DENR DAO 2015-08 illegal?

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DENR DAO 2015-08 illegal?

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jayby Atty. Jay I. Dejaresco

The issuance of DENR Department Administrative Order No. 2015-08 is fraught with legal infirmities.

DENR DAO 2015-08 declares the Loon-Maribojoc uplifted coast as a  geological monument.

There were certain coasts that previously had been below the sea that were uplifted as a result of the Bohol earthquake, forming a mass of land of about 137 hectares in the coasts of Maribojoc and Loon.

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It’s a pretty large mass of natural resource with such valuable economic potential that any one in government authority would drool over.

Like in the game of chess, the DENR, a national agency, makes the first move.

DENR DAO 2015-08 was issued by DENR Secretary Ramon Paje on May 14, 2015 and published on May 16, 2015 in a national daily and registered with the National Administrative Register (UP law Center) on May 18, 2015.

Hence as early as last June 2, 2015,  this Dept. Administrative Order is already in effect.

Under this Dept Admin Order (DAO), the Mines and Geosciences Board (MGB) will already enforce the DAO by conducting “ground verification” of the Technical Description of the uplifted mass “within 30 days from effectivity of the Order.”

Within thirty days from completion of the ground verification, the MGB shall install a marker declaring the area as the “Loon-Maribojoc Geological Monument”

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If the affected local residents and local governments do nothing to restrain this, the DAO will ram upon their throats this dubious declaration through the DAO.

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In the first place, having the DAO published just two days after its issuance raises some eyebrows. What’s the haste?

The DAO thus raises legal questions.

First, the constitutional concept of local autonomy appears breached.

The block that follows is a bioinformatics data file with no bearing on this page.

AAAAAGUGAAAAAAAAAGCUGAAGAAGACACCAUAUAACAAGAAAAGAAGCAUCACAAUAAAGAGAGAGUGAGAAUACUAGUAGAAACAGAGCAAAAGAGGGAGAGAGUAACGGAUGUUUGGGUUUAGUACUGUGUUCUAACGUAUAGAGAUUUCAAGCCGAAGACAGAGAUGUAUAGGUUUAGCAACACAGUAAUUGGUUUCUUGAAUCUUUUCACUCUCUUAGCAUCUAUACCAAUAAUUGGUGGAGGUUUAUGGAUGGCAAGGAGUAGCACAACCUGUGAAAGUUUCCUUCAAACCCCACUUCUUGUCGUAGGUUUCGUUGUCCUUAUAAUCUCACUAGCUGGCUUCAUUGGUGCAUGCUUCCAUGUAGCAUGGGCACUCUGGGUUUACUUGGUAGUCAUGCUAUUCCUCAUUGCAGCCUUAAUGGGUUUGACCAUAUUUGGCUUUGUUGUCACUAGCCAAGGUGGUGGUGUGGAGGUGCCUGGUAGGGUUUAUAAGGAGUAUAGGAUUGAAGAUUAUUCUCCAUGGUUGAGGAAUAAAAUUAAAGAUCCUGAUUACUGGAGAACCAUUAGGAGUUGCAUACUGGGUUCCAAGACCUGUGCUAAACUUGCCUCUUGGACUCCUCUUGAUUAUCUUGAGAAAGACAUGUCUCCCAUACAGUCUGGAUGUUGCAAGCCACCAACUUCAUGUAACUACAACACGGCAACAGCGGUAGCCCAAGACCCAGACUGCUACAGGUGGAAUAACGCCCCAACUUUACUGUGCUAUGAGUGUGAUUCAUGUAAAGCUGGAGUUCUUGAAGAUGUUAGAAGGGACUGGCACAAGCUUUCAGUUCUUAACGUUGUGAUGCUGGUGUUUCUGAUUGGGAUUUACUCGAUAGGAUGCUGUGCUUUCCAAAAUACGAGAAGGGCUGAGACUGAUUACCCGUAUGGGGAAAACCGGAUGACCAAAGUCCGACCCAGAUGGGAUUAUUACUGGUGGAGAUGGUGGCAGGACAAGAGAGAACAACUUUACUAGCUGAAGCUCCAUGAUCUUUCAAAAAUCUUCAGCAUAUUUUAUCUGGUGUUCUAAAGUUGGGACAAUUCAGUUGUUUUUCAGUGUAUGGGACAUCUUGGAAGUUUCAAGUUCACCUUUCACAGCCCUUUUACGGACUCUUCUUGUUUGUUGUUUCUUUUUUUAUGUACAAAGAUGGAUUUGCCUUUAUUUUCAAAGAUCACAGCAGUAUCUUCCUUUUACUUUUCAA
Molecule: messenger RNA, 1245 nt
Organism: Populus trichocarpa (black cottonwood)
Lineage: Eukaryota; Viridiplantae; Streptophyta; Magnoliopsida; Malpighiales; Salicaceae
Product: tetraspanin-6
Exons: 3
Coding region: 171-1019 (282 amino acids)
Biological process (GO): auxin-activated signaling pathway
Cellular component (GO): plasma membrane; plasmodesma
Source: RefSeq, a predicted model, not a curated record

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The political subdivisions enjoy local autonomy.

Yet the local governments and the residents themselves seem to have been bypassed and kept in the dark over this declaration.

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The local government code, further explains local autonomy by mandating coordination with stakeholders in the political subdivisions.

Section 25 (b) of the local government code states the national  agencies  and offices with project implementation  functions shall coordinate with one another and with local government units concerned in the discharge of their functions.

Equally, if not more important, is the requirement of prior consultation, also required by the local government code.

The law does not say simultaneous consultation, or subsequent consultation. The law says “prior” consultation.

Sections 26 and 27 of the local government code appears to have been breached.

Local autonomy has been inscribed in our Constitution to erase the stigma absolute dominion of an imperial central government over matters that should, primarily be handled by local authorities.

At the same time, the local government code explains what local autonomy means, which is not to totally strip the national government of any authority to implement its programs, but to “coordinate” and to “consult.”

The balancing of interest in our laws is pretty clear.

We also understand the concerns of the national government over such  huge territorial and economic mass that suddenly arose from the depths of the seabed.

Concerns may mean eliciting fears the valuable matter might end up being sold, then used to  reclaim Johor, or beach fronts in other tourist spots both here and abroad.

But the basic requirements of coordination and prior consultation are indispensable, so that from the beginning, everything is placed in the open, so that the ultimate stakeholders, the residents and the citizens in general, are adequately informed about what this mass of geological monument is really all about.

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